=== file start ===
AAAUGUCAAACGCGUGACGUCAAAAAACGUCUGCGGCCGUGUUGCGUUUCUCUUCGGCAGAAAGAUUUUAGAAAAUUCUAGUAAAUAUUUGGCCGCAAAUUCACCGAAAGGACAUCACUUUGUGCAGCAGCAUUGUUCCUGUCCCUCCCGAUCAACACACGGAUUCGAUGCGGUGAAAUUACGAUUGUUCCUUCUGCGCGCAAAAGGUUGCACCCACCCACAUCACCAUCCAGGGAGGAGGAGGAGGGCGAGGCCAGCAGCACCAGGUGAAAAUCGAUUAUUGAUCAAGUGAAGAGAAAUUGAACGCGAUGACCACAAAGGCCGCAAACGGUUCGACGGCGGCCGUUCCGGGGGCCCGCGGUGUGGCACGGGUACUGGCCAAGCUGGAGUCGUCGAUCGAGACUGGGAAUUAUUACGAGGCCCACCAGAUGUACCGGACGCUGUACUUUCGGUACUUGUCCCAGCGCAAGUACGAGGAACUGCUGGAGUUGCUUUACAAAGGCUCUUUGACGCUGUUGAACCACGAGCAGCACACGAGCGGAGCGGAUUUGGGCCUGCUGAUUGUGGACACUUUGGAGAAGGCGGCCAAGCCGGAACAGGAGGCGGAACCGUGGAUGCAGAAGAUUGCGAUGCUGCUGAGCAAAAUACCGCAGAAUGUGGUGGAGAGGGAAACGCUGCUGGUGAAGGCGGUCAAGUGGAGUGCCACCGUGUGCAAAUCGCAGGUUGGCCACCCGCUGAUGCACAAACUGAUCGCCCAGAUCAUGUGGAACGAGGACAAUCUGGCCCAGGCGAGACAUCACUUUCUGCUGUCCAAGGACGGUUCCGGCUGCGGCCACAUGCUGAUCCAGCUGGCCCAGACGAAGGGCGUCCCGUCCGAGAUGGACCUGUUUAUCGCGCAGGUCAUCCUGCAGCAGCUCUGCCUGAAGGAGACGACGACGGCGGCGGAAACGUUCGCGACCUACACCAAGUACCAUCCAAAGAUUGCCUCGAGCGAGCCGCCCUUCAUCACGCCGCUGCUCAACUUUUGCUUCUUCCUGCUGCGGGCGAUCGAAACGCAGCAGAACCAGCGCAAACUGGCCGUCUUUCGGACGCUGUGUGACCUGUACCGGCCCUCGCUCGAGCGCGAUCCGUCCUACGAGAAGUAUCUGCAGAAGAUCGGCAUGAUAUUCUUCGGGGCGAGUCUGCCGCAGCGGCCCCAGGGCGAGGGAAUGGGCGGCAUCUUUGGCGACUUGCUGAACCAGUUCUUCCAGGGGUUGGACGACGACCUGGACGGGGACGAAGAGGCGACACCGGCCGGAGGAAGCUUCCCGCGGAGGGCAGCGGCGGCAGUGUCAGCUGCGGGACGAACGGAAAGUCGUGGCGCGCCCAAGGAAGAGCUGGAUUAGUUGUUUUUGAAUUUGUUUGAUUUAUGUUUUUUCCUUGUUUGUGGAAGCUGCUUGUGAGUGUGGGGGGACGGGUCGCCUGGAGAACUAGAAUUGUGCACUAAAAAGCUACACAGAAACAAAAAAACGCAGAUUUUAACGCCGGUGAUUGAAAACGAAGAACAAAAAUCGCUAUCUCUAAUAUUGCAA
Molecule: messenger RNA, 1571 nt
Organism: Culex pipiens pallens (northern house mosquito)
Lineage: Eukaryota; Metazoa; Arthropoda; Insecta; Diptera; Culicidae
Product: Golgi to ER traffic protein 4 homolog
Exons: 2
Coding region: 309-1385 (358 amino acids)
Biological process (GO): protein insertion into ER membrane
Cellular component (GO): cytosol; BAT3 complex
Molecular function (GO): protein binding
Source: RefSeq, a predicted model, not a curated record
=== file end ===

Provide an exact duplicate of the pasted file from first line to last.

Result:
AAAUGUCAAACGCGUGACGUCAAAAAACGUCUGCGGCCGUGUUGCGUUUCUCUUCGGCAGAAAGAUUUUAGAAAAUUCUAGUAAAUAUUUGGCCGCAAAUUCACCGAAAGGACAUCACUUUGUGCAGCAGCAUUGUUCCUGUCCCUCCCGAUCAACACACGGAUUCGAUGCGGUGAAAUUACGAUUGUUCCUUCUGCGCGCAAAAGGUUGCACCCACCCACAUCACCAUCCAGGGAGGAGGAGGAGGGCGAGGCCAGCAGCACCAGGUGAAAAUCGAUUAUUGAUCAAGUGAAGAGAAAUUGAACGCGAUGACCACAAAGGCCGCAAACGGUUCGACGGCGGCCGUUCCGGGGGCCCGCGGUGUGGCACGGGUACUGGCCAAGCUGGAGUCGUCGAUCGAGACUGGGAAUUAUUACGAGGCCCACCAGAUGUACCGGACGCUGUACUUUCGGUACUUGUCCCAGCGCAAGUACGAGGAACUGCUGGAGUUGCUUUACAAAGGCUCUUUGACGCUGUUGAACCACGAGCAGCACACGAGCGGAGCGGAUUUGGGCCUGCUGAUUGUGGACACUUUGGAGAAGGCGGCCAAGCCGGAACAGGAGGCGGAACCGUGGAUGCAGAAGAUUGCGAUGCUGCUGAGCAAAAUACCGCAGAAUGUGGUGGAGAGGGAAACGCUGCUGGUGAAGGCGGUCAAGUGGAGUGCCACCGUGUGCAAAUCGCAGGUUGGCCACCCGCUGAUGCACAAACUGAUCGCCCAGAUCAUGUGGAACGAGGACAAUCUGGCCCAGGCGAGACAUCACUUUCUGCUGUCCAAGGACGGUUCCGGCUGCGGCCACAUGCUGAUCCAGCUGGCCCAGACGAAGGGCGUCCCGUCCGAGAUGGACCUGUUUAUCGCGCAGGUCAUCCUGCAGCAGCUCUGCCUGAAGGAGACGACGACGGCGGCGGAAACGUUCGCGACCUACACCAAGUACCAUCCAAAGAUUGCCUCGAGCGAGCCGCCCUUCAUCACGCCGCUGCUCAACUUUUGCUUCUUCCUGCUGCGGGCGAUCGAAACGCAGCAGAACCAGCGCAAACUGGCCGUCUUUCGGACGCUGUGUGACCUGUACCGGCCCUCGCUCGAGCGCGAUCCGUCCUACGAGAAGUAUCUGCAGAAGAUCGGCAUGAUAUUCUUCGGGGCGAGUCUGCCGCAGCGGCCCCAGGGCGAGGGAAUGGGCGGCAUCUUUGGCGACUUGCUGAACCAGUUCUUCCAGGGGUUGGACGACGACCUGGACGGGGACGAAGAGGCGACACCGGCCGGAGGAAGCUUCCCGCGGAGGGCAGCGGCGGCAGUGUCAGCUGCGGGACGAACGGAAAGUCGUGGCGCGCCCAAGGAAGAGCUGGAUUAGUUGUUUUUGAAUUUGUUUGAUUUAUGUUUUUUCCUUGUUUGUGGAAGCUGCUUGUGAGUGUGGGGGGACGGGUCGCCUGGAGAACUAGAAUUGUGCACUAAAAAGCUACACAGAAACAAAAAAACGCAGAUUUUAACGCCGGUGAUUGAAAACGAAGAACAAAAAUCGCUAUCUCUAAUAUUGCAA
Molecule: messenger RNA, 1571 nt
Organism: Culex pipiens pallens (northern house mosquito)
Lineage: Eukaryota; Metazoa; Arthropoda; Insecta; Diptera; Culicidae
Product: Golgi to ER traffic protein 4 homolog
Exons: 2
Coding region: 309-1385 (358 amino acids)
Biological process (GO): protein insertion into ER membrane
Cellular component (GO): cytosol; BAT3 complex
Molecular function (GO): protein binding
Source: RefSeq, a predicted model, not a curated record